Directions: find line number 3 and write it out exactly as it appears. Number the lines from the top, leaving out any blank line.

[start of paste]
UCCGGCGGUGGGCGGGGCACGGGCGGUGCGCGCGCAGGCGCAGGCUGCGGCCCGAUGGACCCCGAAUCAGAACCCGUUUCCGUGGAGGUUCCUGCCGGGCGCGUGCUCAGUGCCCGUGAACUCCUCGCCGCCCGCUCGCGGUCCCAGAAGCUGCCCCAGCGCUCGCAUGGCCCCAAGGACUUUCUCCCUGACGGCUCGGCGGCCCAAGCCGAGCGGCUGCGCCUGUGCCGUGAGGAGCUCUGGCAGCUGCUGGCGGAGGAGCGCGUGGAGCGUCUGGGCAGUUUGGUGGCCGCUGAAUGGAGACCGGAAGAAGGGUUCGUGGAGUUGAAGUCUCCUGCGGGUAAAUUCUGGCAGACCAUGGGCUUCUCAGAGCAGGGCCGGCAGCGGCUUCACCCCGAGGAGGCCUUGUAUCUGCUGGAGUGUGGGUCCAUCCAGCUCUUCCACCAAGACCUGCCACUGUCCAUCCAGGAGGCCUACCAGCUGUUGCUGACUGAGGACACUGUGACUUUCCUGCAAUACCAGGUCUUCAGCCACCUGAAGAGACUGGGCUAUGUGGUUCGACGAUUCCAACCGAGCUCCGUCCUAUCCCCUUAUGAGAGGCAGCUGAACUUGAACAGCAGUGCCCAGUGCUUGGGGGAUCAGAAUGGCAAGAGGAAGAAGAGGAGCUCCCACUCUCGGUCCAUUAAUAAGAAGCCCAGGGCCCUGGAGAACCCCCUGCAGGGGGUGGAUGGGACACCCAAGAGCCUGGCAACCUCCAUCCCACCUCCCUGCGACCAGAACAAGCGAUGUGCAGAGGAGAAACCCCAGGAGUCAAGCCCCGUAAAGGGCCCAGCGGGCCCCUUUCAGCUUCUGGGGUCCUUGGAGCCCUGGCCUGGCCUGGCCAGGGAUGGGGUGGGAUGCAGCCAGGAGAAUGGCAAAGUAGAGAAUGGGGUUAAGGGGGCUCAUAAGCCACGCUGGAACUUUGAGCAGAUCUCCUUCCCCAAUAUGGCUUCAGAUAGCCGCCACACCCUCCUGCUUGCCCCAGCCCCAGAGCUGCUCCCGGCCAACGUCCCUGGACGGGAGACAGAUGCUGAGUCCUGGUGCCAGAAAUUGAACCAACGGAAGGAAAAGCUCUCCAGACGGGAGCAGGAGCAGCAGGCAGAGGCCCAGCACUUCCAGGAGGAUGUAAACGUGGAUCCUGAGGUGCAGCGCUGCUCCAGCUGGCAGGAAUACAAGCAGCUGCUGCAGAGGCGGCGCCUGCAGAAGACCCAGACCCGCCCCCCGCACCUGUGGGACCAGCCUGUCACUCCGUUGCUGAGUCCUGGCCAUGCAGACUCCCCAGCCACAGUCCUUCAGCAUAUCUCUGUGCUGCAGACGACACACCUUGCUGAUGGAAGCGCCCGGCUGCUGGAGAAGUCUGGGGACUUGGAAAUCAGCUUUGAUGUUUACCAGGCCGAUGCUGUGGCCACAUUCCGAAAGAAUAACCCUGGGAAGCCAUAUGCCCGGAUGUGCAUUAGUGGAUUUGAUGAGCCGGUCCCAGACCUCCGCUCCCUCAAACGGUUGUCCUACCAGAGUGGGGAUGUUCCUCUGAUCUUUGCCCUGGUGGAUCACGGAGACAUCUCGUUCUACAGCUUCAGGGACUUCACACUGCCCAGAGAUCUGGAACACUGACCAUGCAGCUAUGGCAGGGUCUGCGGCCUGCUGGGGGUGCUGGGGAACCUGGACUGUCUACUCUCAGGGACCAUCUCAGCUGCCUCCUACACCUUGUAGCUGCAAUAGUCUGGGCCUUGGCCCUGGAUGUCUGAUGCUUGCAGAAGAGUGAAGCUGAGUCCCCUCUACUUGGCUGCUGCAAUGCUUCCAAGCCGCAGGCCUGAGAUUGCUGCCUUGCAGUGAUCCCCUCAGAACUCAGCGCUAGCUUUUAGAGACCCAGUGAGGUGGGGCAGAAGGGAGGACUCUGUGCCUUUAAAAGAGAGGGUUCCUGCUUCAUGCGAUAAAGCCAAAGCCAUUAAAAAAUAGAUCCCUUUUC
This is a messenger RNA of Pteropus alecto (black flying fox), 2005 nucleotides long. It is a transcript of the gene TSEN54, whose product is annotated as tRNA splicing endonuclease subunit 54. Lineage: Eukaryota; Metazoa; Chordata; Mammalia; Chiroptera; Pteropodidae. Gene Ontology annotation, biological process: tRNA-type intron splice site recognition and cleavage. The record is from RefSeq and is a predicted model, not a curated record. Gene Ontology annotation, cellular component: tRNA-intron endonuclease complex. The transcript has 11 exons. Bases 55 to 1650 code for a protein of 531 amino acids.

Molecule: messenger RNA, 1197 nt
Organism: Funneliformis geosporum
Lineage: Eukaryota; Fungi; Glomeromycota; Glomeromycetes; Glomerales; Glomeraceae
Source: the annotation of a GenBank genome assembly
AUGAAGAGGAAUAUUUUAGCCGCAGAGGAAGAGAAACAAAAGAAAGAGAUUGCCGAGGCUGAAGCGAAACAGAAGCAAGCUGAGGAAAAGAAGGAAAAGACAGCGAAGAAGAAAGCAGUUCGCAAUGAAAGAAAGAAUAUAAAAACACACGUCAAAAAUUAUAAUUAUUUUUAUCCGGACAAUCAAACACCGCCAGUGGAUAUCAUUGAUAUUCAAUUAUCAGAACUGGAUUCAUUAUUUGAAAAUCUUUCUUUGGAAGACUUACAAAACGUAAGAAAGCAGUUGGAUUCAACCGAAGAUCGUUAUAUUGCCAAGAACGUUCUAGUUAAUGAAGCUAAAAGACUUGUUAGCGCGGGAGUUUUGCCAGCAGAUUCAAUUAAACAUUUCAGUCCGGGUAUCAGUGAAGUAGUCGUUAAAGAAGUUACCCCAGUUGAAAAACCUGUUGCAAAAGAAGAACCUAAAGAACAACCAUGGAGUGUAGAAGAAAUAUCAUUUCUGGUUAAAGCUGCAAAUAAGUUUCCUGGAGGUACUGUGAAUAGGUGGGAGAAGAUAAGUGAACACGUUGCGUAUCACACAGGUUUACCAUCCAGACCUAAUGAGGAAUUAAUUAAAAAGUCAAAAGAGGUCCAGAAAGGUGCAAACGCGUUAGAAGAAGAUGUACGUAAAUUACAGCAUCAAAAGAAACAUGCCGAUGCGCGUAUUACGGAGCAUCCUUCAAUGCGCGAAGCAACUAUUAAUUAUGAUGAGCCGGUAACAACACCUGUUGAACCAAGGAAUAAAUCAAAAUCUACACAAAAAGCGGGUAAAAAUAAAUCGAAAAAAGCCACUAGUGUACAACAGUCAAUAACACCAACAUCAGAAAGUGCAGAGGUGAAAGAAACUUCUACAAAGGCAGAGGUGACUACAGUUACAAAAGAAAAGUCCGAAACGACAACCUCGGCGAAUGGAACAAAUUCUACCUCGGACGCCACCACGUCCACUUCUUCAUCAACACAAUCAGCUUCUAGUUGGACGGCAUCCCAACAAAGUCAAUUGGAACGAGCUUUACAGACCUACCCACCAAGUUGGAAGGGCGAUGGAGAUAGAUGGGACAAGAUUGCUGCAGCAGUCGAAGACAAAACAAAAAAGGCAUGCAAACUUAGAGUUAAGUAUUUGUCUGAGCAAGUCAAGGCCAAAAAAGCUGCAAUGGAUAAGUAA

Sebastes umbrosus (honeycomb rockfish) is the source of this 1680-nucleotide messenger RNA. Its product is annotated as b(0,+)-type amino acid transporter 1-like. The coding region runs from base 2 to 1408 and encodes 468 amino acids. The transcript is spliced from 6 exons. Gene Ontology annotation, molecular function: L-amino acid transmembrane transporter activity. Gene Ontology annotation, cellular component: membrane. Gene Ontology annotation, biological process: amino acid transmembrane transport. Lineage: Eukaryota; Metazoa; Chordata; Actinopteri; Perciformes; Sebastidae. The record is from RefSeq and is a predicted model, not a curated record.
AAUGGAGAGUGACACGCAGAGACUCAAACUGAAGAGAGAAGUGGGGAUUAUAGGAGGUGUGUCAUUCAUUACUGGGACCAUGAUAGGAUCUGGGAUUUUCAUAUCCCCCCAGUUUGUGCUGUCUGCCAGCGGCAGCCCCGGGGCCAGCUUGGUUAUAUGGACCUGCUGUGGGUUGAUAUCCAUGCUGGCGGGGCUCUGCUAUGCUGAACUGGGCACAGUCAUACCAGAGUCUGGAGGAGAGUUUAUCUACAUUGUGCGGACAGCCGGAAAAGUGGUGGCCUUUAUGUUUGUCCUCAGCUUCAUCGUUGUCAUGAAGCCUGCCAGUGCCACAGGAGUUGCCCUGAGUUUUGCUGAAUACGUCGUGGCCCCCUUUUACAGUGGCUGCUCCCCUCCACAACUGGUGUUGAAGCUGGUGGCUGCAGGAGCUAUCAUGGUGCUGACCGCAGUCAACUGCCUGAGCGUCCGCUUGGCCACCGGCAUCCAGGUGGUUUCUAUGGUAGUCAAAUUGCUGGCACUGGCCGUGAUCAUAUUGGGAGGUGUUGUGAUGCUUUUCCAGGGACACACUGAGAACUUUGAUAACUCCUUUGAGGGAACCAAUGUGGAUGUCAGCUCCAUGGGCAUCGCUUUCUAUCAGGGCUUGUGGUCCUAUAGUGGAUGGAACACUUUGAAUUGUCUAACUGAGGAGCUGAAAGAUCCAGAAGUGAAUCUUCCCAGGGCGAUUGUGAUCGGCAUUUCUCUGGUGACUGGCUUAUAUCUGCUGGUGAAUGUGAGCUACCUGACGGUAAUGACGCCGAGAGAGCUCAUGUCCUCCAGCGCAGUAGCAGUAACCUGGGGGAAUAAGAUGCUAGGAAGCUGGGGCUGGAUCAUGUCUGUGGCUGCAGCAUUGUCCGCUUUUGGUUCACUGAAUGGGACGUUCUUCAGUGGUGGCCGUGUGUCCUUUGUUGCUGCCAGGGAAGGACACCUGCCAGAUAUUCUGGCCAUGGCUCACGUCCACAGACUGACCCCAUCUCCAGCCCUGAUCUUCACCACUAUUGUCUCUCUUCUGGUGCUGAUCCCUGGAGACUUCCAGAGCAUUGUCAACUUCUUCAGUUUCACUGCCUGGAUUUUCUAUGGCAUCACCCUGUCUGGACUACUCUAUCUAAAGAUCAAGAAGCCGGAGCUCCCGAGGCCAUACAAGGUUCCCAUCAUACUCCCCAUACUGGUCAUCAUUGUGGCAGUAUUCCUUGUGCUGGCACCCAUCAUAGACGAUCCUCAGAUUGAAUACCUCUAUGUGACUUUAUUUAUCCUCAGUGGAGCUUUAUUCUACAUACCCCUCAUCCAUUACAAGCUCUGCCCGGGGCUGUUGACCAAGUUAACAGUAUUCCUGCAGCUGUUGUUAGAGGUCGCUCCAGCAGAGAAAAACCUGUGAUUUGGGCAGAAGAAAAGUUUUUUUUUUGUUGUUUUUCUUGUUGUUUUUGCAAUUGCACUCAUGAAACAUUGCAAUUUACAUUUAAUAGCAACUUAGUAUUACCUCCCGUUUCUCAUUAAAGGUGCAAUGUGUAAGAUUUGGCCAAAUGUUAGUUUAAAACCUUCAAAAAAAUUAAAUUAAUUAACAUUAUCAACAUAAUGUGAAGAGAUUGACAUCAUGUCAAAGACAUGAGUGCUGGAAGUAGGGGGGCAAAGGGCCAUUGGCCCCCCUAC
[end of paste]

Molecule: messenger RNA, 1197 nt